Paella franchise hits southwestern Connecticut

Thursday, May 04, 2017

There's a new option in the area for anyone looking to spice up their next party or event. Fire & Rice, a catering franchise started in Florida, has made its way north.

"There's nothing like it in Connecticut," said Glenn Michael Tatangelo, a Bridgeport resident who recently became a Fire & Rice franchisee. Paella is a rice dish of Spanish origin that comes mixed with either meat or seafood, although there are vegetarian and vegan offerings.


Fire & Rice prepares its paella out in the open in a large pan that feeds up to 50 people, making the creation of the dish an experience for patrons.

It was after watching founder Paul Schmidgall cook the dish while interacting with onlookers that Tatangelo became convinced he had found a career he could love. "The showmanship is what got me," said Tatangelo, who is the son of Glenn Tatangelo, a real estate developer and homebuilder who splits his time between Connecticut and Florida. "I like to put myself out there and talk to people. I like it when people ask questions. You have people who've never seen it and they want to know more about it."

Then there are those who have been to Spain and want to share their own experiences about seeing the dish made in that country, he said.

Tatangelo said he offers a few appetizers, including a roasted date with pineapple and bacon, chicken or beef empanadas, and flan as a dessert. There is also a breakfast paella, which features a poached egg on top. "Don't let anyone tell you paella isn't a breakfast dish," Tatangelo said.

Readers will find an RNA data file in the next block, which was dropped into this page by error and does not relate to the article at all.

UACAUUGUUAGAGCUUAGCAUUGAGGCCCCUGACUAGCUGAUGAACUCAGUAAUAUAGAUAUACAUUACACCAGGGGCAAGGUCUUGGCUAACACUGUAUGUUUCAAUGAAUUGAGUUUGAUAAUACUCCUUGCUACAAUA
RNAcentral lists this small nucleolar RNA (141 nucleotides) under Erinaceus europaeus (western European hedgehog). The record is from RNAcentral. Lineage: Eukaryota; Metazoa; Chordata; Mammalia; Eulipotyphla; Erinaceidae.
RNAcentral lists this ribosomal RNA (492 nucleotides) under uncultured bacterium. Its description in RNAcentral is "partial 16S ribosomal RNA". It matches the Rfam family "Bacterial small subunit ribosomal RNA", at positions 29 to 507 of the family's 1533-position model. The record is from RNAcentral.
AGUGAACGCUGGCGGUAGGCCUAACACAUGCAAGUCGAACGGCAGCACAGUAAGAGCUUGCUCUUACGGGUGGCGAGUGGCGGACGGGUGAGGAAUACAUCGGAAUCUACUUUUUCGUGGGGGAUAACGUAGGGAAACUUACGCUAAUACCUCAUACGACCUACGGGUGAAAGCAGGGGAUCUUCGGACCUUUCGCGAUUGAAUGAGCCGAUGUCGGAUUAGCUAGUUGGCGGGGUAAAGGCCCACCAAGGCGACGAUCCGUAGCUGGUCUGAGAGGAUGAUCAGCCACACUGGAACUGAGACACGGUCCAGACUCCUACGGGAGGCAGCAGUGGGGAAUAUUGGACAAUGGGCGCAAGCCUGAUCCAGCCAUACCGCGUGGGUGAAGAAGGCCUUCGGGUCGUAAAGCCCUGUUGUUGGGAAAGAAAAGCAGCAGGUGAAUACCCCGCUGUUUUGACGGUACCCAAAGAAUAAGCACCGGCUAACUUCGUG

Although he has worked as a busboy, waiter, bartender and a cook at area restaurants, Tatangelo learned his way around the kitchen by watching and practicing with his mother and stepmother.



While his mother taught him mainly simple dishes and Polish recipes, his stepmother showed him how to experiment with new tastes and combinations. "She definitely made me more adventurous," he said.

Tatangelo's sous-chef, Taylor Cote, of Newtown, also taught him dishes she learned in culinary school when the two were roommates. "Everything she learned that day she[d be teaching me that night," he said. Despite his love of cooking, Tatangelo, 27, said he was getting disillusioned by his inability to find a fulfilling job.

"I was feeling like I was falling behind," he said. "I didn't have a real career." Then, his father saw Schmidgall in action and mentioned it to Tatangelo, who was interested in learning more. His father flew him to Florida and offered to help get the business off the ground if Tatangelo was interested. "He said, "You can invest in it and I can invest in you" Tatangelo said.

Tatangelo said he enjoys that with a franchise, he has Schmidgall and other franchisees available to offer guidance if needed.



Last weekend, Tatangelo and Cote participated in their first local event, at the Peace, Love and Music by Maren festival in Milford.

Tatangelo said he is equipped to serve close to 3,000 at any event, but is available for small parties, with a 10-person minimum for weekday events and 20-person minimum for weekend events.

At events, the cost of the paella dish varies by the size, with a pint of paella costing $9. A full pan costs $100 and feeds roughly two dozen people.

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